Many have heard about certificates and certifications.
What’s the difference?
According to the Talent Development Body of Knowledge (TDBoK, 2020), “A certificate is earned by acquiring knowledge. Course attendance is often the only requirement, although a test or project may be required. Individuals receive a certificate that never expires; however, they are not “certified,” which is a designation only bestowed on those who are in practice, such as a CPA.
“Certification is a program that is administered by a non-governmental organization and assess whether an individual has the knowledge and skill to perform a role measured against a set standard. The administering body grants individuals a credential for a specified period of time. Certification is available to those who meet predetermined, standardized criteria, and the knowledge required to pass an assessment is learned through classes, self-study, and experience. The assessment is independent of a class or training program. To retain the credential, recipients must meet renewal requirements.”
In plain English:
One you receive for completing a lesson, program of study, participating in a class or event. You get a lovely piece of paper to hang on your wall, and it never expires, there is no required maintenance to keep it.
The other requires self-study and experience in that industry, to pass a rigorous exam created by industry experts. You receive industry recognized designation of letters to place after your name, like CPA, APTD, SHRM, etc.
What are the benefits?
Depending on your area of expertise, location, and experience level, most certifications can result in a nice bump of salary or desirability to hiring managers.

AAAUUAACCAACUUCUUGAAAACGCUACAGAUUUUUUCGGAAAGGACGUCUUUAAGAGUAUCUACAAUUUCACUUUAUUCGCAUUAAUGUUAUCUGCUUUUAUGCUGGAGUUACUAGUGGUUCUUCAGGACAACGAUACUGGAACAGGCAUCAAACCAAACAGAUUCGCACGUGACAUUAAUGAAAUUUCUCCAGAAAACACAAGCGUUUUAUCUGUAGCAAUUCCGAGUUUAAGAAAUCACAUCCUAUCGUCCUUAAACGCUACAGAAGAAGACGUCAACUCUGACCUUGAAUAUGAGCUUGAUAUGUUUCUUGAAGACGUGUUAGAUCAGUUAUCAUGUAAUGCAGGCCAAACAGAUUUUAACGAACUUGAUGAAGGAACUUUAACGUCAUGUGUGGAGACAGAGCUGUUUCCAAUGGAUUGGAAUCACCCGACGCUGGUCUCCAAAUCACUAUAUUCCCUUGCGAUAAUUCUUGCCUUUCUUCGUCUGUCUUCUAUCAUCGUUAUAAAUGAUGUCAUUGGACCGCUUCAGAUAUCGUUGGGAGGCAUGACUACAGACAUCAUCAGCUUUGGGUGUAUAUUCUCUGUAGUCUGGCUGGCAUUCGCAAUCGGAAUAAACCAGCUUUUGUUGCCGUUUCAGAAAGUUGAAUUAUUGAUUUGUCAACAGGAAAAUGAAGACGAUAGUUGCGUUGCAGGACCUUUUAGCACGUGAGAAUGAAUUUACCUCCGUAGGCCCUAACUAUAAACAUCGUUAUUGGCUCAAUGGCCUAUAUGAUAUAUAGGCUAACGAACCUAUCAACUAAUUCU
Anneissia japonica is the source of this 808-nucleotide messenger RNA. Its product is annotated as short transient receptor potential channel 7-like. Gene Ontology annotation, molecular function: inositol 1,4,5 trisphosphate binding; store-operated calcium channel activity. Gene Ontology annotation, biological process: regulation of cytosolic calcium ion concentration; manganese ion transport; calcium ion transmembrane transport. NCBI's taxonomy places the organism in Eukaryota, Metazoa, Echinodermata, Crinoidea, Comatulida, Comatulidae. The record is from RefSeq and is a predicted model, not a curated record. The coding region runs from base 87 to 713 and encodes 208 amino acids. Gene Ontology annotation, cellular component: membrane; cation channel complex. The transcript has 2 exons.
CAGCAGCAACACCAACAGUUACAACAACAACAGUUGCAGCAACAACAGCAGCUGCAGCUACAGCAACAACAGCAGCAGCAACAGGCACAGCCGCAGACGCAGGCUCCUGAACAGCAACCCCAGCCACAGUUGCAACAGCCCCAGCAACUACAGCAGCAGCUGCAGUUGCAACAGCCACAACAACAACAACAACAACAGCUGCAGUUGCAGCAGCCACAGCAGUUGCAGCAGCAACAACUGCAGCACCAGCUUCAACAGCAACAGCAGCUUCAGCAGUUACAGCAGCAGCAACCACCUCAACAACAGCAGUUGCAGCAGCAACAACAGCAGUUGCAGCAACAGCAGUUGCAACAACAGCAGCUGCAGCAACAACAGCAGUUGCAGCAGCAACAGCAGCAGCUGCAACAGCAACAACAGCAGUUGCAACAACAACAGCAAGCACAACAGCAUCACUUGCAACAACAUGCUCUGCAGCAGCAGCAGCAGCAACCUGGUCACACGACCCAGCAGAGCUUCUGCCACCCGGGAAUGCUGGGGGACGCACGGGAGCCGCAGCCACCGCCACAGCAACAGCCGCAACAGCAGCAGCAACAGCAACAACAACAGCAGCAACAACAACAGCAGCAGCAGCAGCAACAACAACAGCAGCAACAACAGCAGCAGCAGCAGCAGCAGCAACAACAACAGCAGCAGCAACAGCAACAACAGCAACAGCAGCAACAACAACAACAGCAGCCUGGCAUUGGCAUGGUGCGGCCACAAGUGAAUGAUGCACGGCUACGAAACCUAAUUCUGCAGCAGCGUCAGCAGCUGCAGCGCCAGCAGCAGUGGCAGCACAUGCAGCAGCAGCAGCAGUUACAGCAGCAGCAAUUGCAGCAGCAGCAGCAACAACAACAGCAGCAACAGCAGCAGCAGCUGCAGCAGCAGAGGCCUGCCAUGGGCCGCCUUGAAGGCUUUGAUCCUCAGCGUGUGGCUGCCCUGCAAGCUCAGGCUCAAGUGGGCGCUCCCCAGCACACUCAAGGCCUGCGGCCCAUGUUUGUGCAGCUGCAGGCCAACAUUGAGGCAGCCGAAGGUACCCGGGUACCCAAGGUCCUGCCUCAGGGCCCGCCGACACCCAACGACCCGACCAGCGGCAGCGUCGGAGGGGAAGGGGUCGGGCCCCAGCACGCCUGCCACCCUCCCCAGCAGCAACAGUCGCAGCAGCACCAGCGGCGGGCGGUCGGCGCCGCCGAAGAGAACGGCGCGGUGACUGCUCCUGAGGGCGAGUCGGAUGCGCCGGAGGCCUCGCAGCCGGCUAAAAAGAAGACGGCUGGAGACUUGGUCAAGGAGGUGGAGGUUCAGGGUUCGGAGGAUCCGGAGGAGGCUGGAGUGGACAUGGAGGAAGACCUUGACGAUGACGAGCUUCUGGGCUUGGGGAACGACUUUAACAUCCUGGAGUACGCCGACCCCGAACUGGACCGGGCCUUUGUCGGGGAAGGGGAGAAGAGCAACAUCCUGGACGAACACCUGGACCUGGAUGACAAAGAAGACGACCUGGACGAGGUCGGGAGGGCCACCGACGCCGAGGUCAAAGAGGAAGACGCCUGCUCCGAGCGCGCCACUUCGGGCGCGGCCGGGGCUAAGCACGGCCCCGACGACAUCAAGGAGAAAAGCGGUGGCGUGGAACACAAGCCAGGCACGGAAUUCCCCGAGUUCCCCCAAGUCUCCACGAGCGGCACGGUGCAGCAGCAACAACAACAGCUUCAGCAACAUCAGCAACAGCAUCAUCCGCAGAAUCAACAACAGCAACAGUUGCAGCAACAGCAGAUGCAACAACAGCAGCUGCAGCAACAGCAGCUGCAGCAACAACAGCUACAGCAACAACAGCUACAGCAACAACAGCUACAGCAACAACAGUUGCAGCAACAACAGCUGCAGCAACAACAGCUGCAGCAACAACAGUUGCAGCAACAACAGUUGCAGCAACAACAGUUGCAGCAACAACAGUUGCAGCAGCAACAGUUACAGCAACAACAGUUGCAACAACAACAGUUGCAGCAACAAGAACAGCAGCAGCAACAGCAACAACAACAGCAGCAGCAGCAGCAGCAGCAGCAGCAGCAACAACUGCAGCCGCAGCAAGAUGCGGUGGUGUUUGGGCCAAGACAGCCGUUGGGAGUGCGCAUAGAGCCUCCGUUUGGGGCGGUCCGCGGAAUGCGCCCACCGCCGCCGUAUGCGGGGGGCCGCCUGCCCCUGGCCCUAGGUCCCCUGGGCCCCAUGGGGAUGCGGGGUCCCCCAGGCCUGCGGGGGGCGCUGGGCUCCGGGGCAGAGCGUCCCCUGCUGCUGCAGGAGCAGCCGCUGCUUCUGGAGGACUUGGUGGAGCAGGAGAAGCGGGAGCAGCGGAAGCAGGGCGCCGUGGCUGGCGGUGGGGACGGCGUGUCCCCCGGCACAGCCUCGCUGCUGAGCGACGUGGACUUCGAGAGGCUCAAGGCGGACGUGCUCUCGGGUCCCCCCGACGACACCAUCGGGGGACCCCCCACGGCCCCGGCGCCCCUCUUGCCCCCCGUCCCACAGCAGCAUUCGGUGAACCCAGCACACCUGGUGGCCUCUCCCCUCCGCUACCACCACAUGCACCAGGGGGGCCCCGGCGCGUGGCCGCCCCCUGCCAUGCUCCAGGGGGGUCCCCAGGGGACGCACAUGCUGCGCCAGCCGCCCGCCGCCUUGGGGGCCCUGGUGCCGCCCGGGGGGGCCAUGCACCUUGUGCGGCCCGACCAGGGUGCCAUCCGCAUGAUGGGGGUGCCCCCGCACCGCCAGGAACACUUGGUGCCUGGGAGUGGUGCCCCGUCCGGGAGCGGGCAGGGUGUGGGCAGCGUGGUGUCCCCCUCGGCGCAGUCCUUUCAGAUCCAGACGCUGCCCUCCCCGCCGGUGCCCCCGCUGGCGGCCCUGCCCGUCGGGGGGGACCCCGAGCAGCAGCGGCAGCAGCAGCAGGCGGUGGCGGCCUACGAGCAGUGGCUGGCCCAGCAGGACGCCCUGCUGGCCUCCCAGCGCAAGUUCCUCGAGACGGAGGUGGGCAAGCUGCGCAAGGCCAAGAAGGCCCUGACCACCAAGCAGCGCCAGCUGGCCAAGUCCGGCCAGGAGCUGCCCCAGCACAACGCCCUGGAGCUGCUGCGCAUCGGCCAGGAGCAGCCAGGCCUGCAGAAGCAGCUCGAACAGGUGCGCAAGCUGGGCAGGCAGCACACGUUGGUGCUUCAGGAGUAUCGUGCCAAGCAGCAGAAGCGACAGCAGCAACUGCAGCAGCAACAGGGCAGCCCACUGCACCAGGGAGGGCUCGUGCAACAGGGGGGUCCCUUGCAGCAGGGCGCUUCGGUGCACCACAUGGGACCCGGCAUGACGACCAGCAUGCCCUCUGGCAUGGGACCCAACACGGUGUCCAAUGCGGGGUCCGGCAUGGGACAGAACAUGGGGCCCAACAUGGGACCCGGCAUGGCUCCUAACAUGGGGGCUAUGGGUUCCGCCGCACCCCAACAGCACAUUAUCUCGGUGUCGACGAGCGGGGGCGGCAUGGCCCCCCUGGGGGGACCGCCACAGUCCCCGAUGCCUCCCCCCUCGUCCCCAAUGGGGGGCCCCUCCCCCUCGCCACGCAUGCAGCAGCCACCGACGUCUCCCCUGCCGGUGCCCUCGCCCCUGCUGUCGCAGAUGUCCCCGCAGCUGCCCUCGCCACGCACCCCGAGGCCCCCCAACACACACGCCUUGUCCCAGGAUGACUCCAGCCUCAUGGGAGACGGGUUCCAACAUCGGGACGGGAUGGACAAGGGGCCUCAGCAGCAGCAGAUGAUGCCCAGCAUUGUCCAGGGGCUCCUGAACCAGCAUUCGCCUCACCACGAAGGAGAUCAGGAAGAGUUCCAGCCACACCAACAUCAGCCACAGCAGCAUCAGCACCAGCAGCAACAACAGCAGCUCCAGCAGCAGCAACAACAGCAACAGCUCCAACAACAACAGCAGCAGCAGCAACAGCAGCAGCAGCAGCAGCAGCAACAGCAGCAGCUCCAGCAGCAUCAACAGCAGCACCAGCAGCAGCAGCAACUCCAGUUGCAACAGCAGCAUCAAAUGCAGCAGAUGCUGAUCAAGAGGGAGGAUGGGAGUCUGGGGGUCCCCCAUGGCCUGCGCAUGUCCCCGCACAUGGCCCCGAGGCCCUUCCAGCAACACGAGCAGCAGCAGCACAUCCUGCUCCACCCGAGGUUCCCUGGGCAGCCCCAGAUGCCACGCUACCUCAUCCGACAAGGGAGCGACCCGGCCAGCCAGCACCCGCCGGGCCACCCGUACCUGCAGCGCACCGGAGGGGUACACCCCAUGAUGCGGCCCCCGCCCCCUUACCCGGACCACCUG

Why Did I Choose to Get Certified?
After I finished up my masters, I went to work as an ID in a newly forming Talent Development department…WOW, if only I knew then what I know now…
Bottom line, I knew instructional design. I knew training, facilitation, and coaching. I knew about evaluations and technology. But Talent Development is a very large, all-encompassing, different bag of nuts and I quickly realized I had a ton of best practice gaps that were leaking water from my lifeboat like a sieve!
I realized that if I wanted to succeed in the Talent Development arena and become a trusted business partner, I needed to close those gaps, and quickly!
So…. da da da daaaaaa…. Enters the APTD certification!
I asked the question of several people, “Why did you get certified?” They answered, “To provide credibility, validate my expertise, leverage my knowledge and grow my skills, fill gaps, get noticed by hiring managers, etc.”
According to a recent search on LinkedIn.com, 54 jobs appeared for APTD, 104 for CPTD, 249 for CPLP (I guess they don’t know the title of the certification changed to CPTD), 5127 for PMP certified, and 2,729 SHRM certification.
What does it all mean?
It looks to me that certification is becoming a regular either job requirement or preferred job qualification!
So, if someone wants to make sure they stand out from the crowd, it might be beneficial to find an industry recognized certification showing up in job postings for your desired role, make a plan to go for it!!!